Investment in doctors is a lifetime gift

04 Nov 2021

Learning the specialised skills to help high risk children from priority populations was made possible for leading community paediatrician, Professor Karen Zwi, thanks to a Foundation-funded Fellowship.

“The Fellowship has set me up for a successful career in community child health to help high risk children from priority populations,” says Professor Karen Zwi, Head of Community Child Health at Sydney Children’s Hospital, Randwick, and Clinical Program Director of Priority Populations across the Network.

The motivating force behind Prof. Karen Zwi’s career in paediatrics has been to assist every single child to reach their full potential. Children who face extreme adversity, such as those fleeing their countries of origin (refugee children) or having the connections to their lands and cultures destroyed (Aboriginal children) may need special care and services that consider their experiences. Taking those extra steps to engage them and their families and helping to build trust in health professionals makes a world of difference to their entire life trajectory.

This year Karen was awarded the Queen’s Birthday Medal of the Order of Australia (OAM) for service to paediatric medicine, which acknowledges her lifetime of dedication to the health and wellbeing of children, especially the most vulnerable in our communities.

The Sydney Children’s Hospitals Foundation Fellowship Program allows qualified paediatricians to undertake the essential training to become a specialist paediatrician in a selected field, such as neurology or oncology or, in Professor Zwi’s case, Community Paediatrics. Fellows provide patient care, train junior doctors and nurses, and conduct at least one innovative research project.

“A Fellowship builds your confidence and allows you to develop networks in paediatrics throughout the country. These young doctors are the clinical leaders of the future. When you invest in a young doctor, you’re investing in 40-50 years of a leading clinician,” says Prof. Zwi.

After completing her Fellowship in 2002, Prof. Zwi has achieved significant health and wellbeing improvements for priority populations in our community by setting up a dedicated outreach service for Aboriginal and refugee children, who may find it difficult to access mainstream services. She has built the Community Child Health Department up to a team of committed practitioners, researchers, and training positions. This team provides accessible and culturally appropriate care for priority populations children at Sydney Children’s Hospital, Randwick, often creating new and innovative approaches to meet the health needs of the young people they look after.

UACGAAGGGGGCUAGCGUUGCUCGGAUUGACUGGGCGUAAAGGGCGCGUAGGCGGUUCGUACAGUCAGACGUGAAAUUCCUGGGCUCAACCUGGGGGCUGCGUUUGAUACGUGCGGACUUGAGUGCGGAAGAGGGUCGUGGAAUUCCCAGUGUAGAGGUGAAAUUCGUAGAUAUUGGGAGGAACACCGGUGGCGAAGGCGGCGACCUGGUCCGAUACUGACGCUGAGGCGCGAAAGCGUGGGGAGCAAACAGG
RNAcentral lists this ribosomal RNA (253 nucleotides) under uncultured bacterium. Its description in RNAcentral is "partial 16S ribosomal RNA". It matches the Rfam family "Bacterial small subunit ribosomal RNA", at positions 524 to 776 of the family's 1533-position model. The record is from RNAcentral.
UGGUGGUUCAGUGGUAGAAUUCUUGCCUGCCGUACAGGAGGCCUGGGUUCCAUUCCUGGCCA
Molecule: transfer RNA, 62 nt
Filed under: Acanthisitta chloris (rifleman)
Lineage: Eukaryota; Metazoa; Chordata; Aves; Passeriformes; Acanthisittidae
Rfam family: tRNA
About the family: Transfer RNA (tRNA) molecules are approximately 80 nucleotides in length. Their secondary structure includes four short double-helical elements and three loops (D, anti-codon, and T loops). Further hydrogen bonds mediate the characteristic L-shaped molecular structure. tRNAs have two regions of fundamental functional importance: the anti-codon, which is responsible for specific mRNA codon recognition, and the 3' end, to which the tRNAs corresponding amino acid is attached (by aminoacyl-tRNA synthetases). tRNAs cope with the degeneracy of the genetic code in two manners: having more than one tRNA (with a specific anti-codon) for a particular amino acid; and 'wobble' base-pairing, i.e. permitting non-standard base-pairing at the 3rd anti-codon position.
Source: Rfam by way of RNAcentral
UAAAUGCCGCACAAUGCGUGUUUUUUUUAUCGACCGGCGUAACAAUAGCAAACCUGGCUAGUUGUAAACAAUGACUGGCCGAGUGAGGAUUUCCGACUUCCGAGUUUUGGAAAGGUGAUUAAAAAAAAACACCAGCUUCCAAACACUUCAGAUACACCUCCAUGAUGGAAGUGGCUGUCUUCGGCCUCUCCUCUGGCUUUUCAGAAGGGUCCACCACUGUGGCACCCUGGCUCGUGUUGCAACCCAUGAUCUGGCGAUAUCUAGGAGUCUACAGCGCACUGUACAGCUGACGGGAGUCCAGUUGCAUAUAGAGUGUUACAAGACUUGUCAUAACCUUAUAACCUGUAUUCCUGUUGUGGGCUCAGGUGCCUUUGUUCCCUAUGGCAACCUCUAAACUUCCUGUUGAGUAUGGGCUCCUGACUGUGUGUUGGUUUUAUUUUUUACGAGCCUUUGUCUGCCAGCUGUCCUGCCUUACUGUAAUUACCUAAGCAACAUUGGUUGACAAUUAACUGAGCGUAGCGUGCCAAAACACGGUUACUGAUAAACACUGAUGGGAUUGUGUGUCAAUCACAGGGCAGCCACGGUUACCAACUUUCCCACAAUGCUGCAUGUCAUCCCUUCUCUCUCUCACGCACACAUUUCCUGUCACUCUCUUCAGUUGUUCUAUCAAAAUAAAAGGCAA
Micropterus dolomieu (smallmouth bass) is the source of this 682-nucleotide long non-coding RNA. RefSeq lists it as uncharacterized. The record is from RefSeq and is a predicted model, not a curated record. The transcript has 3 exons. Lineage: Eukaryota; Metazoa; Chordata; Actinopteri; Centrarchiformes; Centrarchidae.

“All our work, from the planning of services and the delivery of care to the design of research and evaluation has involved community consultation and participation at every stage. Most of the service development was informed by community surveys conducted before we started service development to ensure we were meeting community needs,” says Prof. Zwi.

As Clinical Program Director of Priority Populations across the Network, Prof. Zwi leads dedicated teams at both Randwick and Westmead to provide vital care and support for thousands of children and young people across Aboriginal health, mental health, adolescent medicine, child protection, refugee health, eating disorders and transition services from the children’s health system to the adult system.

Professor Zwi holds an academic position as Conjoint Professor at the University of NSW where she received her PhD for research into the health of refugee children settling in Australia. Continuing her passion for improving the health of refugee children, she has made a substantial contribution to the national and international agenda on refugee and asylum seeker health and wellbeing. She has a strong research and advocacy track record and leads the Priority Populations Research Stream within the UNSW Population Child Health Research Group, which address the challenges of our time, including promoting equity and resilience, and scaling up innovative and effective child health programs.

“It is incredibly rewarding to witness how a child can flourish when given the support they need. I have loved seeing children coming top of the class after years of disrupted schooling, regularly attending our outreach health Aboriginal clinics after many ‘no-shows’ at the hospital or thriving after being freed from immigration detention.
The best feeling in my career has been when others advocate and become champions in their own right for our vulnerable communities. That’s when I feel satisfied that this work will continue beyond me and my teams at Sydney Children’s Hospitals Network.” - Prof. Zwi.

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